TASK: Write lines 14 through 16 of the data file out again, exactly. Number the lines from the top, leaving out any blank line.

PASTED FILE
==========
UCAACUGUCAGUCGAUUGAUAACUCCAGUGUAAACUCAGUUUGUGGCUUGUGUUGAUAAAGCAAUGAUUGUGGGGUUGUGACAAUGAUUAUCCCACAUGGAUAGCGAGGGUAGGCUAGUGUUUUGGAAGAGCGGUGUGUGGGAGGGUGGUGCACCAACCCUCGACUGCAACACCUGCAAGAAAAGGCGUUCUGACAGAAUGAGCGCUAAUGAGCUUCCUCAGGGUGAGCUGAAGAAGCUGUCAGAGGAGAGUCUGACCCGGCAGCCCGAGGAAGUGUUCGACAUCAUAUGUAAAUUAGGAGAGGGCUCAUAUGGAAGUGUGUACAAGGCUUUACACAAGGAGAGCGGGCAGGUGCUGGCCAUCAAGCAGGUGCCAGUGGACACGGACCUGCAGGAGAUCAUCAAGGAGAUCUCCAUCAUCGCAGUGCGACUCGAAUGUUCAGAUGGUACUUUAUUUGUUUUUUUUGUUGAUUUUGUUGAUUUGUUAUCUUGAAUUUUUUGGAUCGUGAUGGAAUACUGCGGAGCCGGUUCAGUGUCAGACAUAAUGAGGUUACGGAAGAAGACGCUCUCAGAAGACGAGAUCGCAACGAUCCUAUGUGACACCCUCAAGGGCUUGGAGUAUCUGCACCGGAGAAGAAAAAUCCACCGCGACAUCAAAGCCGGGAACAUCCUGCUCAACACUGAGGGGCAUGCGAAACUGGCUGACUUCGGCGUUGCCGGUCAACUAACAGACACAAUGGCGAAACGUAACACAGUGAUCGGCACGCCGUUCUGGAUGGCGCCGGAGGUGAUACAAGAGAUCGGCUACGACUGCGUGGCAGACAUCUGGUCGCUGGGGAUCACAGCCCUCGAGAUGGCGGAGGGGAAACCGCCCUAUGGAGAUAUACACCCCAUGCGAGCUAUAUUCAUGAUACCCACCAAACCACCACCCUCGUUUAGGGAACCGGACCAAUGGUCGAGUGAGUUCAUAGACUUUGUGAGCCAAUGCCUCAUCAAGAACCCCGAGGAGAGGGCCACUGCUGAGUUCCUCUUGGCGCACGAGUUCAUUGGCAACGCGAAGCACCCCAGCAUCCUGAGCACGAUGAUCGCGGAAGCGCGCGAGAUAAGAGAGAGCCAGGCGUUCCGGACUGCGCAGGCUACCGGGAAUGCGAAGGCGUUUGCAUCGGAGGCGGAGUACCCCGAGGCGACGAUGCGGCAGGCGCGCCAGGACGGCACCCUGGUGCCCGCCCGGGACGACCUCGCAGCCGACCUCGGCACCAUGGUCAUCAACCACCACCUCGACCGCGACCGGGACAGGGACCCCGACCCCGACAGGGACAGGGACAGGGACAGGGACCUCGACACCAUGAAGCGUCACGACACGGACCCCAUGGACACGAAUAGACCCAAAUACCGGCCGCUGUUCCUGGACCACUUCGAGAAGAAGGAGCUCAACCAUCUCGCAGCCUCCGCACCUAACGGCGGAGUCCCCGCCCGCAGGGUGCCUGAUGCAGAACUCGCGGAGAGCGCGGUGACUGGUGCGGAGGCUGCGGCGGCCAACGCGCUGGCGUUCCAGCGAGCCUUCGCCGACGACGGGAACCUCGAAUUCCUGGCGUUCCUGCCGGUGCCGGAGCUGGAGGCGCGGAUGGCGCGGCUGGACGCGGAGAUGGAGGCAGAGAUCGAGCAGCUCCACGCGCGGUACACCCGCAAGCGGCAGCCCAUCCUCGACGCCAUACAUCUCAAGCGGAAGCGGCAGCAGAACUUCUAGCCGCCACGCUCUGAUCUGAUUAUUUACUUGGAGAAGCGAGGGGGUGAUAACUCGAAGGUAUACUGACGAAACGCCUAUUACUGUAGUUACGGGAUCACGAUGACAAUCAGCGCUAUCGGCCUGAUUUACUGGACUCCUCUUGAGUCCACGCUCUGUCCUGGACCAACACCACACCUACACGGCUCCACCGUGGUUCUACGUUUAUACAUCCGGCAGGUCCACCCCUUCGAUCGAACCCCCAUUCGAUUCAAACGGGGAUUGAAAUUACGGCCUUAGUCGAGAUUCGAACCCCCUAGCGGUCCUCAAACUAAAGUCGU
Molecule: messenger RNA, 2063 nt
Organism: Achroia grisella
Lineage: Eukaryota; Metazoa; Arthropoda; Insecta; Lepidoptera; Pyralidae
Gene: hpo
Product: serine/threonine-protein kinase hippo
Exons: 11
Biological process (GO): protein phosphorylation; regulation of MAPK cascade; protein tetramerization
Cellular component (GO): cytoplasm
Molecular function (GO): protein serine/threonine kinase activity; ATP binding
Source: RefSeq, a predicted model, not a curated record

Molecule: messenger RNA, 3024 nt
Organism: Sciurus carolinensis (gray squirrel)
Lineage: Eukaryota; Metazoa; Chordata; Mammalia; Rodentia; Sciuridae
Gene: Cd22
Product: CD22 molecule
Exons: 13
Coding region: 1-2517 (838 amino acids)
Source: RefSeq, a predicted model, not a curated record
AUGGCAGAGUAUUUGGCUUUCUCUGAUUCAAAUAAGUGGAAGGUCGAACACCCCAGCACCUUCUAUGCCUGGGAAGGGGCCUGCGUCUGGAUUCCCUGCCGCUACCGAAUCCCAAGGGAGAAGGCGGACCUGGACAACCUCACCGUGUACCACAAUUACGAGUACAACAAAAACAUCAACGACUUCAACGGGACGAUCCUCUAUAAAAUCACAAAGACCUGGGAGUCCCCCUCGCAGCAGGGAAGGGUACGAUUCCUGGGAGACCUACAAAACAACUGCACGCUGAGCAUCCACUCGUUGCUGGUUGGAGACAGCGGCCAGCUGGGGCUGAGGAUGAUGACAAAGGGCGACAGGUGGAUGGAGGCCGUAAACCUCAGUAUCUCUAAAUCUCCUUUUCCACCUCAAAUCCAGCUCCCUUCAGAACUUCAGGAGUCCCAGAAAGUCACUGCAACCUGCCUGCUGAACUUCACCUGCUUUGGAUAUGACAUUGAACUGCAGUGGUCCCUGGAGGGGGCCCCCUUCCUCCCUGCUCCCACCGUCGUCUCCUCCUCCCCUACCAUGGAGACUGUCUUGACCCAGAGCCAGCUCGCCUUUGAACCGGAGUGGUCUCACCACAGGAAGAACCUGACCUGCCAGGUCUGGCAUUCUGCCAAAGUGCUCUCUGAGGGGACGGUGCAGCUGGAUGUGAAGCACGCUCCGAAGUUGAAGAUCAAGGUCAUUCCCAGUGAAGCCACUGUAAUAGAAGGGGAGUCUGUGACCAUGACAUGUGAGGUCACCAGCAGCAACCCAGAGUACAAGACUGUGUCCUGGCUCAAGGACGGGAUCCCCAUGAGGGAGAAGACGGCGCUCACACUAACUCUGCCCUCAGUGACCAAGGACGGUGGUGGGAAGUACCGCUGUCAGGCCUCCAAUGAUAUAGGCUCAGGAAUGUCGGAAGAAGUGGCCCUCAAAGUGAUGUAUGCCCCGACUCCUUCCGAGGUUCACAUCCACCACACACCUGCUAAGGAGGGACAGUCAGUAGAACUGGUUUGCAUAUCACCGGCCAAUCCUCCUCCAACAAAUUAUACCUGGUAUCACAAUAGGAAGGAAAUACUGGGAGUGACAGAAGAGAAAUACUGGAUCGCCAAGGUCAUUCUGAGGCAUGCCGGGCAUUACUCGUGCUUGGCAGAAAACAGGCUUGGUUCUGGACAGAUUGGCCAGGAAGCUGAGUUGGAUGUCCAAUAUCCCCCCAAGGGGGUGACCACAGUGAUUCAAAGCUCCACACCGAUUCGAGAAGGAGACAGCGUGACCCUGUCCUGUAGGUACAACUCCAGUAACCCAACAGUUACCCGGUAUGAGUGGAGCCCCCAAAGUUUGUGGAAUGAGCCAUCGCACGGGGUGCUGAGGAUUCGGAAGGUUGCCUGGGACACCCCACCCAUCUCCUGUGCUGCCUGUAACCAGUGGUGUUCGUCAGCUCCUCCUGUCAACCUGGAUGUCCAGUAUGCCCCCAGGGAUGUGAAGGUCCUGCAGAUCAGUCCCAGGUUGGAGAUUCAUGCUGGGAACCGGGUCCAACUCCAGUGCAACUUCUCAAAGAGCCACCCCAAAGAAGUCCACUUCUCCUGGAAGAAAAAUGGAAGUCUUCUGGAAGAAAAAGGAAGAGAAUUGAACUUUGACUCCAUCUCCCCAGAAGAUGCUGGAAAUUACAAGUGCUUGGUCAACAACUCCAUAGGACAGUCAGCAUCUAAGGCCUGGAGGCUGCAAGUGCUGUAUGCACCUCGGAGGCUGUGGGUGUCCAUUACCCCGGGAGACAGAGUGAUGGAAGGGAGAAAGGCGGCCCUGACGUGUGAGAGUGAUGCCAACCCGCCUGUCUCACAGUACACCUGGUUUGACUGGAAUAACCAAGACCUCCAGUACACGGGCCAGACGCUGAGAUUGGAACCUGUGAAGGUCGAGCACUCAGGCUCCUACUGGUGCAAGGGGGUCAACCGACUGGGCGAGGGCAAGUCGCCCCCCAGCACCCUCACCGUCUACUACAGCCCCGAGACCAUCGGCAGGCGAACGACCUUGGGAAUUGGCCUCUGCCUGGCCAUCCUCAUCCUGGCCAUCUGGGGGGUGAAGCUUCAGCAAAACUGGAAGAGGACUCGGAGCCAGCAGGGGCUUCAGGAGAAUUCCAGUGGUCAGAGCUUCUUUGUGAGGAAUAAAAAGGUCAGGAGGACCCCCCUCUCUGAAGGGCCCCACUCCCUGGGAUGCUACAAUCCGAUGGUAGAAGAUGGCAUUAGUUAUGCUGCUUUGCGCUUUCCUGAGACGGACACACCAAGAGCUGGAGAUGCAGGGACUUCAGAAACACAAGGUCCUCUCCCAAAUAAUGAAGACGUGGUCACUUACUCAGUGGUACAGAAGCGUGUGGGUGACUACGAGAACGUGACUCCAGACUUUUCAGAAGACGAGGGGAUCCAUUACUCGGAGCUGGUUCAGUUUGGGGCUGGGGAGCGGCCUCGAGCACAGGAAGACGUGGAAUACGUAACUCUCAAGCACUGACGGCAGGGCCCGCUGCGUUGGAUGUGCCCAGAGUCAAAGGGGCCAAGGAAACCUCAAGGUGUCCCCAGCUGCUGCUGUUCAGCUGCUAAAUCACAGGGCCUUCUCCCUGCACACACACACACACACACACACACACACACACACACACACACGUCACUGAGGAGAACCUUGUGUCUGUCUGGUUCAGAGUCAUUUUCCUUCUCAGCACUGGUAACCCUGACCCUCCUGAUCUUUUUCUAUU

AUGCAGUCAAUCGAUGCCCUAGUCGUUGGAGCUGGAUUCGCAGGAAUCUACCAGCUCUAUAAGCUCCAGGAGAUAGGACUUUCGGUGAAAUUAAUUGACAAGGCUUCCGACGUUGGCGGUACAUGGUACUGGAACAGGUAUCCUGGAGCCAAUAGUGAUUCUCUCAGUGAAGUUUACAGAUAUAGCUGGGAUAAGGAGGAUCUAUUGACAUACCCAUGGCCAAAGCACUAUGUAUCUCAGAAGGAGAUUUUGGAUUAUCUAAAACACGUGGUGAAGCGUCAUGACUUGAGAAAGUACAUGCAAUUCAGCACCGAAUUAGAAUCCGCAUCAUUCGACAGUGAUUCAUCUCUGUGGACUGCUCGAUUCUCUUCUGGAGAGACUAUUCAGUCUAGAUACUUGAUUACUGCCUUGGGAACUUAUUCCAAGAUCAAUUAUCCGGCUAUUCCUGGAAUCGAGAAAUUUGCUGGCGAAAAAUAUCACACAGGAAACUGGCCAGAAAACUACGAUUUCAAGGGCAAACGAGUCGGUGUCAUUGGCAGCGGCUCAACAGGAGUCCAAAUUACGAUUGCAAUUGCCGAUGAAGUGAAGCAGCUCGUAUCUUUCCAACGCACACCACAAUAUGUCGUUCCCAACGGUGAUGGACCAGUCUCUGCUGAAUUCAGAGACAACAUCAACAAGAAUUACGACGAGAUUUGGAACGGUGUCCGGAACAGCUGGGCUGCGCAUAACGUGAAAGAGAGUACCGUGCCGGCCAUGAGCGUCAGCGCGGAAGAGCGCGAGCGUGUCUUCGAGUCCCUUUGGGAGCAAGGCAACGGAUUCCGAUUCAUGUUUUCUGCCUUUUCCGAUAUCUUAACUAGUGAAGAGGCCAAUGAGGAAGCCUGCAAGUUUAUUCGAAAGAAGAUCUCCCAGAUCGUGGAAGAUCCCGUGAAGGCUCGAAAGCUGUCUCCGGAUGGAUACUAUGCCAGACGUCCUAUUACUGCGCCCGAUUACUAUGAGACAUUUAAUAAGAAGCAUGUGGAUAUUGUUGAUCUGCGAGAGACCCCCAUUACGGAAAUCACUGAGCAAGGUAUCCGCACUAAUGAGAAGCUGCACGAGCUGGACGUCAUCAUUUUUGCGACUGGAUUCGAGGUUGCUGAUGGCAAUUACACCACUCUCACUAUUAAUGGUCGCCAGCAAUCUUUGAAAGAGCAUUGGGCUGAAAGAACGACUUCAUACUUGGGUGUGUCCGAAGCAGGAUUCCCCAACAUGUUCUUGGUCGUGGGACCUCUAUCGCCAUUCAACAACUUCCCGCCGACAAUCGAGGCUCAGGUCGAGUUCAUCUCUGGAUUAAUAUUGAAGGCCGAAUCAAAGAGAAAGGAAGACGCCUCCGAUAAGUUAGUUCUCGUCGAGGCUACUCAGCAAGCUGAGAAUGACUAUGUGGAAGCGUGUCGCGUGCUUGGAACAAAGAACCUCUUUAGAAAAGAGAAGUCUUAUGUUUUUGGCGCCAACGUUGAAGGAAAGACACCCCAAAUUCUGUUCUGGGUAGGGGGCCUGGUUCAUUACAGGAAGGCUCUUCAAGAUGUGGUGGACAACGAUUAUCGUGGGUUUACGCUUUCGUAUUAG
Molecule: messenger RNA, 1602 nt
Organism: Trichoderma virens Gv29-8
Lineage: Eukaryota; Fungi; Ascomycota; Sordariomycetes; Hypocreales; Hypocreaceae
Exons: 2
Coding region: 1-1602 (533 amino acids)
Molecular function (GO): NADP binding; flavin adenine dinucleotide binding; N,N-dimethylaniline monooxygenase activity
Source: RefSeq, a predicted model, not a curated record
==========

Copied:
Lineage: Eukaryota; Metazoa; Chordata; Mammalia; Rodentia; Sciuridae
Gene: Cd22
Product: CD22 molecule